Do you need to change nipples as the baby grows? Many manufacturers offer two or three nipples with different flow rates. Some label them “newborn”, “3 months”, “6 months”; others just “1”, “2” and “3”. If they make them, doesn’t that mean baby needs them?
If we are working from the basic concept that feeding from a bottle should be as close to the experience of feeding from mom as possible, the answer is usually no. Mom’s nipple pores don’t change size or increase in number as baby gets older.
One of the benefits of breastfeeding is the development of a baby’s orofacial musculature. Breastfeeding exercises tongue, jaw and facial muscles...it’s a workout for a baby to feed.
Baby will get more efficient and stronger. His breastfeeding sessions will get shorter as time goes on as a result of that practice and exercise. But because he has accomplished something, does it mean we should then make the task easier? I think the task is easier because of his accomplishment.
On the other hand, as baby matures and masters the skill of getting milk from the breast, he can cope with a faster flow more easily. The baby has learned how to pace the suck-swallow-breathe rhythm; he’s not choking on milk when he needs to breathe, nor gulping lots of air because he can’t slow down enough to breathe.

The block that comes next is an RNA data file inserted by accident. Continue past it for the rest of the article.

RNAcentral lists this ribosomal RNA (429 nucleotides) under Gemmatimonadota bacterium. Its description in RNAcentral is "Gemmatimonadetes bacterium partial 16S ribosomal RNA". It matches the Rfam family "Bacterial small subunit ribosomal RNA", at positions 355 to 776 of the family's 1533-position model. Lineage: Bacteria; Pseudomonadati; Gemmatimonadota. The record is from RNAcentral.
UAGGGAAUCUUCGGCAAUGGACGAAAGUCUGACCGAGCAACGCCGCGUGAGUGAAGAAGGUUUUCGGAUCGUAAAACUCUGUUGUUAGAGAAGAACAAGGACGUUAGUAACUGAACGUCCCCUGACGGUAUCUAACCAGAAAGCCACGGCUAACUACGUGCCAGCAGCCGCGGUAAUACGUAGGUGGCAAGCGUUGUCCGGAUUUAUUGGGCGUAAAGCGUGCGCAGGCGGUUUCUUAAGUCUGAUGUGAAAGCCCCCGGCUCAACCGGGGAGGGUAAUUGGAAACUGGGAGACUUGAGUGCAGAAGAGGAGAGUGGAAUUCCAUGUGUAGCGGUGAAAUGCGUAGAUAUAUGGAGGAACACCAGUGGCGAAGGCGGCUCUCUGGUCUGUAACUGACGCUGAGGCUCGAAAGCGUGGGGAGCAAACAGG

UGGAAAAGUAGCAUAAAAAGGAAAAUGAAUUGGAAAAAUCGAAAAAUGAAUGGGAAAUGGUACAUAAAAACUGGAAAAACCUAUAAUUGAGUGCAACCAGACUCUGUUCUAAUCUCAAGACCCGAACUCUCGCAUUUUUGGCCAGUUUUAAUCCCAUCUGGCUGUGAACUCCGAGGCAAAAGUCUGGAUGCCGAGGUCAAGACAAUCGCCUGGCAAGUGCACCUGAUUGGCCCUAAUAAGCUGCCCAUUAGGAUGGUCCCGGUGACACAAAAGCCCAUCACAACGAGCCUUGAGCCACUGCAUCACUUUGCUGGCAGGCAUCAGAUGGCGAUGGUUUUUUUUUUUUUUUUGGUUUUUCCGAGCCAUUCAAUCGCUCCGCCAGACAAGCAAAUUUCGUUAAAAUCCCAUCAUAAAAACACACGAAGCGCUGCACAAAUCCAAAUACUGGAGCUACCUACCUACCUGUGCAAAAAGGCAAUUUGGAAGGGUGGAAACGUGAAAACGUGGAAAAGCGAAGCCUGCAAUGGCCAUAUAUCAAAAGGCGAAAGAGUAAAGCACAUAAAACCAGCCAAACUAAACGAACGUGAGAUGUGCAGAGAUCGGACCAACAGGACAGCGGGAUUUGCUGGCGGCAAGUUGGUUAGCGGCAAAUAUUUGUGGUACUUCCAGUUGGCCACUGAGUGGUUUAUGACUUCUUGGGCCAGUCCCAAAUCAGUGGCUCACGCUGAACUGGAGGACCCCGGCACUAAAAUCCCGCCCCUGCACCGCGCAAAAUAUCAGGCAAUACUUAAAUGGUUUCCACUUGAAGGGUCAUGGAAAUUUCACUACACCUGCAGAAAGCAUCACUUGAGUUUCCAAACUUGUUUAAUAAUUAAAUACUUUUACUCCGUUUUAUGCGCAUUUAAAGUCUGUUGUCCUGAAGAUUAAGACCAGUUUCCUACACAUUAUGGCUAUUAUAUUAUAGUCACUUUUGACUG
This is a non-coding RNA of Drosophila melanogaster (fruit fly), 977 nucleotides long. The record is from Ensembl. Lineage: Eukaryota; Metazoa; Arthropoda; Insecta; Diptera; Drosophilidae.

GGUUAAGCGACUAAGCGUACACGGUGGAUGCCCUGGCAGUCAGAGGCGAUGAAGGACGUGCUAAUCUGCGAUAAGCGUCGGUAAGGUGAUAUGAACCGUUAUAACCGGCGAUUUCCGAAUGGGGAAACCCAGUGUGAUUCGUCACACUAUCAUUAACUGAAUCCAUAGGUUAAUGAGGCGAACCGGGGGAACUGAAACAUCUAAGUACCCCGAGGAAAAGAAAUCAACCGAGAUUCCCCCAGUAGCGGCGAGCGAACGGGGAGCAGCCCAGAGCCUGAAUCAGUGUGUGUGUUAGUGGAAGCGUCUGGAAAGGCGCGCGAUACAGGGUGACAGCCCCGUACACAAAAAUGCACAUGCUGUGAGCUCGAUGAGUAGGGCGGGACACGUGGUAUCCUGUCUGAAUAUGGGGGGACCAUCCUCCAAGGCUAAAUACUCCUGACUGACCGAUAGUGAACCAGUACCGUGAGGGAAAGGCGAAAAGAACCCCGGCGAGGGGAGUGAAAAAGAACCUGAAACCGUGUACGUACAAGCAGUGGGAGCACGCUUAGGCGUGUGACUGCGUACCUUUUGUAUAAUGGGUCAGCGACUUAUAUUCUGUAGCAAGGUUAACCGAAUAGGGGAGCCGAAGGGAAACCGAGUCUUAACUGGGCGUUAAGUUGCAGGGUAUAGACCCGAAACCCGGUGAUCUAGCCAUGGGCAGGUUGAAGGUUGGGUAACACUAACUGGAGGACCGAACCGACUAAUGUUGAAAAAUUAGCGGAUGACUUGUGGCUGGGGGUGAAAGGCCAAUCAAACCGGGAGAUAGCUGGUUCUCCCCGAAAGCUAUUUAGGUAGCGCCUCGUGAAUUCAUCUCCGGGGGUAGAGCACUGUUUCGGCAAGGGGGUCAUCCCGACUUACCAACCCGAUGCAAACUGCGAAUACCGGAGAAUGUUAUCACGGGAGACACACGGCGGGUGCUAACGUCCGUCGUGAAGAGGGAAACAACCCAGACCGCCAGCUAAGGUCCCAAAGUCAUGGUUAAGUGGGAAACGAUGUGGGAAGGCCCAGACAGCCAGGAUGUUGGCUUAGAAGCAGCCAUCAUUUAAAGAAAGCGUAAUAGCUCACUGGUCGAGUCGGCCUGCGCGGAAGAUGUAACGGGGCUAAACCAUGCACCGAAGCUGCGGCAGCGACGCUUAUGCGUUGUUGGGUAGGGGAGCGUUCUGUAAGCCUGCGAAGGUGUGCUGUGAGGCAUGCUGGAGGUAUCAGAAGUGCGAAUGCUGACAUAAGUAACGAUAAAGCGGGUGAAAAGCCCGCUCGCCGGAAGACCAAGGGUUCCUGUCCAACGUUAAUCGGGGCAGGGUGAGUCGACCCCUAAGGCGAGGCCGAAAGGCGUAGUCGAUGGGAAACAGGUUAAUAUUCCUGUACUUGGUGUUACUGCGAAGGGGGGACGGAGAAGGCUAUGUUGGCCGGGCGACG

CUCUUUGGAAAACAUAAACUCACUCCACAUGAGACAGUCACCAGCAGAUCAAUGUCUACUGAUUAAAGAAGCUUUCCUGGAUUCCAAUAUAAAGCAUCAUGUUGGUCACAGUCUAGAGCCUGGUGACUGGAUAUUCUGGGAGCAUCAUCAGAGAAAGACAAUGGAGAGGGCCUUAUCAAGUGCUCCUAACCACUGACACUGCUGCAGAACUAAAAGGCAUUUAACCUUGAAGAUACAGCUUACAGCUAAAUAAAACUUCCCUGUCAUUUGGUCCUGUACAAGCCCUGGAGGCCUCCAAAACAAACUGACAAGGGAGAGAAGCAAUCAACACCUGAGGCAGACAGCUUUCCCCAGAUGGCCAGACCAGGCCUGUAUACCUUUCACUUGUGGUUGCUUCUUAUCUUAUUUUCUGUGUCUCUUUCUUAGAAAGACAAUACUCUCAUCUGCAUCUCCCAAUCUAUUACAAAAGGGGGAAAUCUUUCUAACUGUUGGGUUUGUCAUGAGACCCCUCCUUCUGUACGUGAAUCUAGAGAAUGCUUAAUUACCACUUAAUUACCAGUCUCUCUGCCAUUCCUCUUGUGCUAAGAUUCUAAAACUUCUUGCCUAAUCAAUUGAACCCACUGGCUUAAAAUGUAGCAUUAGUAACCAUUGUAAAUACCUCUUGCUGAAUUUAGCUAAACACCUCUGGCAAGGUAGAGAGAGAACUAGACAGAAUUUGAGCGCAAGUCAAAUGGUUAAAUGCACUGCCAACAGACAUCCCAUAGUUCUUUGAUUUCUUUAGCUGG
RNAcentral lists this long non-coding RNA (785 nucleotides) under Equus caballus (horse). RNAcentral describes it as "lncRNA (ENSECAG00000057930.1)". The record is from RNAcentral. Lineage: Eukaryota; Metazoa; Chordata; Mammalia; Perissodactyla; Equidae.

Will most babies be able to cope with the flow of a nipple with a faster flow once they are 3 or 4 or 5 months old. Probably? Do they need it? Usually not.
Faster flow nipples: good or bad?
From a baby’s perspective a feeding is a balance of several things: how much energy does it take, what will satisfy the baby?
From a parent or caregivers’s perspective, there is also a balance: how much energy and time does it take?
Same questions...not always the same answers.
A feeding session with a faster flow nipple will usually take less time. Who benefits from this?
If your baby is frustrated with how long a feed is taking and would rather be off exploring his world, a faster feed can be a good thing.
If your care provider is wanting a feed to go faster, this may not be a good thing.
Sue Petracek, IBCLC